Homeowners who live in communities governed by a homeowners’ association (HOA) often run into a unique set of issues to deal with. Whether it is rules and regulations that affect the usage and maintenance of property or difficult neighbors within the community, the potential areas for disputes to arise are plentiful. While many times homeowners are able to amicably resolve issues, there are other times when that is not possible. The question then becomes what is the best way to resolve disputes that arise with a homeowners’ association without turning the dispute into expensive, time consuming and stressful litigation.
In a condominium building or planned development, the Homeowners’ Association (HOA) and the owners each have different obligations with regard to maintaining, repairing, and replacing different parts of the community. If either the HOA or an individual owner doesn’t properly meet those obligations, it can cause problems for that owner, and often for other members of the HOA as well. It’s important to understand who is responsible for which elements of the community, and what rights you have if the HOA isn’t taking care of its responsibilities.
One of the battles that homeowners living in an HOA community face is how to properly handle situations when the homeowner receives a notice of violation from the homeowners’ association. Understanding what the association’s board must do in terms of providing adequate notice, what rights a homeowner might have to a hearing and what other processes must be followed by the homeowners’ association are important. This article is designed to walk members of an association through the processes involved in rules violations.
As a member of a Homeowners’ Association, you probably already know that your community’s governing documents include covenants, rules, and restrictions about how you can (and cannot) use your property. If you break these rules, the association may fine you or force you to comply. If you find yourself at the receiving end of an HOA punishment, you’ll need to know what your rights are. This article will help you understand “selective enforcement” and how it applies to your homeowners’ association and the rules you have to follow.
Homeowner’s Associations come with many interesting and different processes for most first time members of an HOA community. An important process members of homeowners’ associations have to deal with is the election of a Board of Directors which can be a member’s first exposure to corporate law. This article is designed to give a general background on how board members in a homeowners’ association are elected and what processes are in place to protect homeowners from problematic board members.
For homeowners living in homeowners' association communities, one of the questions often asked is what happens when HOA rules are ignored? How do homeowners' associations enforce them? Can a homeowners' association fine owners? How can members of the community respond to violation notices of HOA Rules? These are all issues that individuals who reside in communities governed by homeowners' associations and those who are considering purchasing properties in such communities need to carefully consider.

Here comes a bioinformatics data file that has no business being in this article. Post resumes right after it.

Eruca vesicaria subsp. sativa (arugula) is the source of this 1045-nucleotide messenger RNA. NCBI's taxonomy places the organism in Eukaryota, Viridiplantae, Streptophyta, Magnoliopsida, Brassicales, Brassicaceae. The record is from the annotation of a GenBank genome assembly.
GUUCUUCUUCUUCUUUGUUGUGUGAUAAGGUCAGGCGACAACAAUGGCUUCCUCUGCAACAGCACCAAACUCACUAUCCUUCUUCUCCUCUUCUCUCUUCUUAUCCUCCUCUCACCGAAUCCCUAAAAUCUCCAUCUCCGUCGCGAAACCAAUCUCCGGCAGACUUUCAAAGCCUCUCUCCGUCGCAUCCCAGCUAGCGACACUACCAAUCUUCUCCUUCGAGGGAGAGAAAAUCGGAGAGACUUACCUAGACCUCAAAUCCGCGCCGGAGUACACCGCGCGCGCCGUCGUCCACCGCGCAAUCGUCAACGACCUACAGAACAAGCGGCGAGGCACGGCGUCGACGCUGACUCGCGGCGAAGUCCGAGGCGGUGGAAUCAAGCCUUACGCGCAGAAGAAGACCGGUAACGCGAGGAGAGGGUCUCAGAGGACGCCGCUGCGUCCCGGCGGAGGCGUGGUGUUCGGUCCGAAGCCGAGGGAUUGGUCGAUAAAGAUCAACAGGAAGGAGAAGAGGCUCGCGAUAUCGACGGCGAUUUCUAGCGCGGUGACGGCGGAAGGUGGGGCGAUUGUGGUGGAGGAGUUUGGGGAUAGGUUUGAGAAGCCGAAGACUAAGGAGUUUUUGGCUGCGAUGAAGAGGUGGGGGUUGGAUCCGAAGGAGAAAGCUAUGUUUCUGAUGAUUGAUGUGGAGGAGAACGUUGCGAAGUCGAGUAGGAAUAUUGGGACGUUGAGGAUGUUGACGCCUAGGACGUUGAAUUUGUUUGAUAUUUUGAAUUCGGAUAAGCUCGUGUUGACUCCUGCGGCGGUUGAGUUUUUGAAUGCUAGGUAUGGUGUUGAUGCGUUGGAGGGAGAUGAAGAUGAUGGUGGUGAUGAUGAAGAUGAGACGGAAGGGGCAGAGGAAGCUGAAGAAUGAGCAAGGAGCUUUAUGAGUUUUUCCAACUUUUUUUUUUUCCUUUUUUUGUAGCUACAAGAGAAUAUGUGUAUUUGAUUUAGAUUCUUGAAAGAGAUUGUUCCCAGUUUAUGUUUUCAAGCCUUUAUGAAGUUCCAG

Homeowners’ associations typically are formed to manage any property in the community that is owned communally, as opposed to individually, such as a playground or building hallways. Whether an HOA is made up of a condominium building, townhouses, or single-family homes, the responsibilities generally include the same type of tasks – maintain landscaping, employ property managers, maintain shared private roads or driveways, arrange trash removal, operate a swimming pool, and the like. This article will help you better understand the ins and outs of HOA fees.
For Homeowners either living in communities governed by Homeowner’s Associations or for those considering buying property located in such communities, how the application of Covenants, Conditions, and Restrictions (CC&Rs) might impact the use and enjoyment of any property located in such a community is an important consideration. This article is designed to give homeowners who are part of an HOA community or those who are considering becoming part of a homeowners association a snapshot view on how to address the various concerns that arise with regard to CC&Rs.
The homeowners’ association board of directors is the governing body of your community, and can have a significant impact on the lives of those who live there. The board of a homeowners’ association is required to hold meetings to conduct the business of the association; the type and frequency of these meetings can vary, and can be confusing. But, members of the association are encouraged to attend most meetings, and to participate when permitted. This article will help you better understand HOA meetings. First, it’s important to know that HOAs are governed by the law of the state in which they sit.
The installation of solar panels often leads to discussions about how the solar panels change the look and character of the neighborhood or that they may cause a decrease in property values for the neighborhood. The legal back drop that exists also involves a careful balancing of a homeowner’s right to use solar energy and a community’s right to control the aesthetics of a neighborhood. The question then becomes who can decide whether a homeowner can install solar panels in an HOA Community and if so, what are the other enforceable rules that might govern the installation and maintenance of such solar panels.